Apple, with a revived aim on its services and original content, is reportedly focusing on investing in podcasts.
This seems like a complete rethinking of the giant company and its place in the podcast ecosystem. The company has always played a neutral role in podcasting, one in which anyone could upload their podcast’s RSS feed into Apple’s app and distribute it through the platform.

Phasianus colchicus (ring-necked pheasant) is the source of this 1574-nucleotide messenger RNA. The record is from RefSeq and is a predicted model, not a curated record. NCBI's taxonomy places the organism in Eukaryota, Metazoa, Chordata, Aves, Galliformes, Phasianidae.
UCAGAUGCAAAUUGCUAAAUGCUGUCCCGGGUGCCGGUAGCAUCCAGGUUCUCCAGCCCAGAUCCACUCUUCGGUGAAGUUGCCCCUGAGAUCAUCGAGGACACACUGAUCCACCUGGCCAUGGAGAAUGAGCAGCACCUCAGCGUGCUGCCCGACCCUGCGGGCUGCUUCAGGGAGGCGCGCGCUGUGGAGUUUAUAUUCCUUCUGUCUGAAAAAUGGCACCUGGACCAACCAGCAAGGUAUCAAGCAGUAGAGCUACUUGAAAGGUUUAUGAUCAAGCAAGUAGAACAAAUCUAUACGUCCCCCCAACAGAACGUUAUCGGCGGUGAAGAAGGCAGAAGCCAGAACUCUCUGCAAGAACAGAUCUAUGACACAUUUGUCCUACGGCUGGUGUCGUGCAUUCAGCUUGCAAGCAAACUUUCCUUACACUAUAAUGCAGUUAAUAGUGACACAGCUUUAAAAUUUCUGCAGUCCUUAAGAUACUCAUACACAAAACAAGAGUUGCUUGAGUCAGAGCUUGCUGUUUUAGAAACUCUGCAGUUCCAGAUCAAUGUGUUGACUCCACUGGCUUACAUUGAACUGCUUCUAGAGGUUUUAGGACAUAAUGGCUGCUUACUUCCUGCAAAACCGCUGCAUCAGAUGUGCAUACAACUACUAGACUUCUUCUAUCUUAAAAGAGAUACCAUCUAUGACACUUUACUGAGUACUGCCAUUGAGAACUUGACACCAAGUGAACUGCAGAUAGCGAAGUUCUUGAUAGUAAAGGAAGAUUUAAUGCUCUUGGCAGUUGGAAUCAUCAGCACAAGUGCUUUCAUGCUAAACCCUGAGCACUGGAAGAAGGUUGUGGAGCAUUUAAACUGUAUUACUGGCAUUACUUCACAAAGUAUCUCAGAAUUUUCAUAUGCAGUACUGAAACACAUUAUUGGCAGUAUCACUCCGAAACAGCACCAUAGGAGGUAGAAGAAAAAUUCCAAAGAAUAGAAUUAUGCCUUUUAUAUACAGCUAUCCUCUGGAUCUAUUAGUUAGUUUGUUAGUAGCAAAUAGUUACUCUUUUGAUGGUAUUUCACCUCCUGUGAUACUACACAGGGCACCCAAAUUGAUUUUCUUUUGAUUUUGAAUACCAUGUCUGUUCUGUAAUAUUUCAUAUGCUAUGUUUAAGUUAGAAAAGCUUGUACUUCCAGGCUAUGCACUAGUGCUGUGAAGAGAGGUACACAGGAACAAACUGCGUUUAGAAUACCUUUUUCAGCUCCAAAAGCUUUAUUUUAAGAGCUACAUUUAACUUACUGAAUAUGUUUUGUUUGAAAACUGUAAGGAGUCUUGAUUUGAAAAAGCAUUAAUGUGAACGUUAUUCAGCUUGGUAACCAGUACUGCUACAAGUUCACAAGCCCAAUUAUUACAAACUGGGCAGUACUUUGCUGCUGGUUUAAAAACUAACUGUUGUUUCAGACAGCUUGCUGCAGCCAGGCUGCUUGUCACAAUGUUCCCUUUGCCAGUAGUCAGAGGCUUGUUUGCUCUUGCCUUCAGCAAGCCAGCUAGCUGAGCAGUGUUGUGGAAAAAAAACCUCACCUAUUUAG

The company curates the list and highlights noteworthy shows, but those picks were never funded by Apple. But if going with the reports, Apple would be in a place where it might be enticed to market and call out its shows over its partners’ programs, as it is already done with shows like Carpool Karaoke. Other platforms, like the start-up Luminary, have made exclusive shows their entire business model. Luminary launched this spring with multiple big-name shows from celebrities like The Daily Show host Trevor Noah, Girls creator Lena Dunham, and Queer Eye star Karamo Brown, which are only available on the app. The motive is to encourage and urge people to subscribe to Luminary for a monthly fee.Apple is moving, if not completely, towards exclusive shows and this could fundamentally change the industry. Apple is where most podcast listeners find their shows — more than 50 percent of people listen through Apple Podcasts, according to the Spotify-owned Anchor last year. But if Apple starts building allegiances to networks and specific shows, creators might be swayed to move towards exclusivity agreements themselves, as opposed to distributing their show across all apps. Notably, Apple hasn’t yet made money off podcasts. This might be a way for it to monetize that content like it plans to do with Apple TV Plus and Apple Arcade, and like it already does with Apple Music. As iPhone sales have dropped worldwide, Apple has started to move towards a service-oriented model, and it was likely only a matter of time before it set its sights on podcasts.